How to Use Long and Short Dashes in Your Writing
Long dashes — what grammarians call em dashes — are dramatic. Those long straight lines draw your eye and hold your attention. But long dashes aren’t just show-offs. They insert information into a sentence and introduce lists. Short dashes — technically, en dashes — aren’t as showy as their wider cousins, but they’re still useful. Short dashes show a range or connect words when the word to or and is implied.
Long dashes in writing
A long dash’s primary job is to tell the reader that you’ve jumped tracks onto a new (though related) subject, just for a moment. Here are some examples:
After we buy toenail clippers — the dinosaur in that exhibit could use a trim, you know — we’ll stop at the doughnut shop.
Standing on one manicured claw, the dinosaur — delivered to the museum only an hour before the grand opening — is the star of the exhibit.
The information inside the dashes is off-topic. Take it out, and the sentence makes sense. The material inside the dashes relates to the information in the rest of the sentence, but it acts as an interruption to the main point that you’re making.
The words between a pair of dashes may or may not form a complete sentence. Fine. However, some people use only one dash to tack a complete sentence onto another complete sentence. Not fine! (Also, an issue you may encounter on standardized tests.) Here’s an example:
Wrong: The curator painted the dinosaur orange — everyone hates the color.
Right: The curator painted the dinosaur orange — everyone hates the color — because she wanted to liven the place up.
Also right: The curator painted the dinosaur orange; everyone hates the color.
Also right: The curator painted the dinosaur orange — a color hated by everyone.
The first example sentence is wrong because a dash can’t link two complete sentences. The second example is okay because a pair of dashes can surround a complete sentence embedded inside another complete sentence. The third example avoids the problem by linking the two sentences with a semicolon. The fourth example is correct because a dash may add extra information at the end of a sentence, as long as the extra information isn’t a complete sentence. (A color hated by everyone isn’t a complete sentence.)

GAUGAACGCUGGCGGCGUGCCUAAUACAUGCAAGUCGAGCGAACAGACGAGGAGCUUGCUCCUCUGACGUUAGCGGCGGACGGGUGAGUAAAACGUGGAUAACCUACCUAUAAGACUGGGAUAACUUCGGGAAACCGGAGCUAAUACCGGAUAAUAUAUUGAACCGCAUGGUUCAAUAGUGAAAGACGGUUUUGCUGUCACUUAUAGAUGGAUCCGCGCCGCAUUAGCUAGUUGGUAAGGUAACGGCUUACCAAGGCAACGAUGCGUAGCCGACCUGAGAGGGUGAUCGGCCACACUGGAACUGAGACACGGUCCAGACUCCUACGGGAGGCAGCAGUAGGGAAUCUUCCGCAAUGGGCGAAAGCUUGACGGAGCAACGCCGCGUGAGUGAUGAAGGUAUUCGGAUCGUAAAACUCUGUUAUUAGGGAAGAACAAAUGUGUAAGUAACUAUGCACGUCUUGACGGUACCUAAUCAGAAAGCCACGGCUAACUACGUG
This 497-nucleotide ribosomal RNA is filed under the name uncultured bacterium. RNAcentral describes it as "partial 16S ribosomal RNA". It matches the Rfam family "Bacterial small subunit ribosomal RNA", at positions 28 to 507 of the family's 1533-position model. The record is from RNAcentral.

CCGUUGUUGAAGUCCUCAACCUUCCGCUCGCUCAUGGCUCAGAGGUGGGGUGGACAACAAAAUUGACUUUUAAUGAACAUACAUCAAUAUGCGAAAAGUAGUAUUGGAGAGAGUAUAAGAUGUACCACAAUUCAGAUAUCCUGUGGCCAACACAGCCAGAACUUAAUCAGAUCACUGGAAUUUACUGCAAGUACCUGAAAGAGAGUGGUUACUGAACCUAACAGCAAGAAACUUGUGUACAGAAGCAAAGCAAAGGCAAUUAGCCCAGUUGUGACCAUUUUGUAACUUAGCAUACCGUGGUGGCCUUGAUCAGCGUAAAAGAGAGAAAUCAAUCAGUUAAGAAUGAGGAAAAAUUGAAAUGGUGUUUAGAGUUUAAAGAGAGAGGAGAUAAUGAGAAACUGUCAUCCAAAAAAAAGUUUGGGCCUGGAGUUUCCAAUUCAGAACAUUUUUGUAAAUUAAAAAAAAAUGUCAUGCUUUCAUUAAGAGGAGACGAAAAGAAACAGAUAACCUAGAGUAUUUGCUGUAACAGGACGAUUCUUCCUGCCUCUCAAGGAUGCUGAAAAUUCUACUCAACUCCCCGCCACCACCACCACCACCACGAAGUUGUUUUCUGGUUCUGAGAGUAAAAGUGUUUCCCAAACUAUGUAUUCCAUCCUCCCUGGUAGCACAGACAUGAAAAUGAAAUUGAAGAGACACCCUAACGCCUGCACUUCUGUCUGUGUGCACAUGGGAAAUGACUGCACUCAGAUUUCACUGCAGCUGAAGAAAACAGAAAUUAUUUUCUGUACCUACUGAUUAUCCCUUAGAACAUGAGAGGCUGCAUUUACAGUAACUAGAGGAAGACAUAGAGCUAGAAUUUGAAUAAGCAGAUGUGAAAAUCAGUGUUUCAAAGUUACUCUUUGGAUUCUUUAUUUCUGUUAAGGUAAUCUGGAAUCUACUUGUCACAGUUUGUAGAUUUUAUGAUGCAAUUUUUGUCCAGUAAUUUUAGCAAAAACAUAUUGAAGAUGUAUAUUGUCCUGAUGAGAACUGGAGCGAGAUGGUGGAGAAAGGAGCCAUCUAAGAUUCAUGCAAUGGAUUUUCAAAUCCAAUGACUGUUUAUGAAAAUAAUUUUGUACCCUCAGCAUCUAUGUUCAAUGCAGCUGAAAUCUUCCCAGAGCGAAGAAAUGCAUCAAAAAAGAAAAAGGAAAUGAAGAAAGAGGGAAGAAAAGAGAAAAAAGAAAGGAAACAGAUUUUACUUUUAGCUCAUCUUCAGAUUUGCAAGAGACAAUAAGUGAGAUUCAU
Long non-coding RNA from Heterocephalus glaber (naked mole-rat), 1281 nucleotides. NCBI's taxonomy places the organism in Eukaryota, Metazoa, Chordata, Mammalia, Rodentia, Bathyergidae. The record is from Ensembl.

A dash’s second job is to move the reader from general to specific, often by supplying a definition. Check out the following examples:
I think I have everything I need for the first day of camp — bug spray, hair spray, sun block, and DVD player.
Everything I need is general; bug spray, hair spray, sun block, and DVD player are the specifics.
Louie said that he would perform the ugu-ug-ba — the ritual unwrapping of the season’s first piece of chewing gum.
The definition of ugu-ug-ba is the ritual unwrapping of the season’s first piece of chewing gum.
Long dashes may be fun to write, but they’re not always fun to read. For a little change of pace, dash a new idea into your sentence. Just don’t dash in too often or your reader will be tempted to dash away.
Short dashes in writing
If you master this punctuation mark, you deserve an official grammarian’s badge — very attractive at cocktail parties! Short dashes show a range:
From May–September, the convicts prune commas from literature written over the winter.
Short dashes also show up when you’re omitting the word to between two elements:
The New York–Philadelphia train is always on time.
Finally, a short dash links two or more equal elements when and is implied:
The catcher–pitcher relationship is crucial to the success of the Yankees.
Don’t confuse short dashes with hyphens.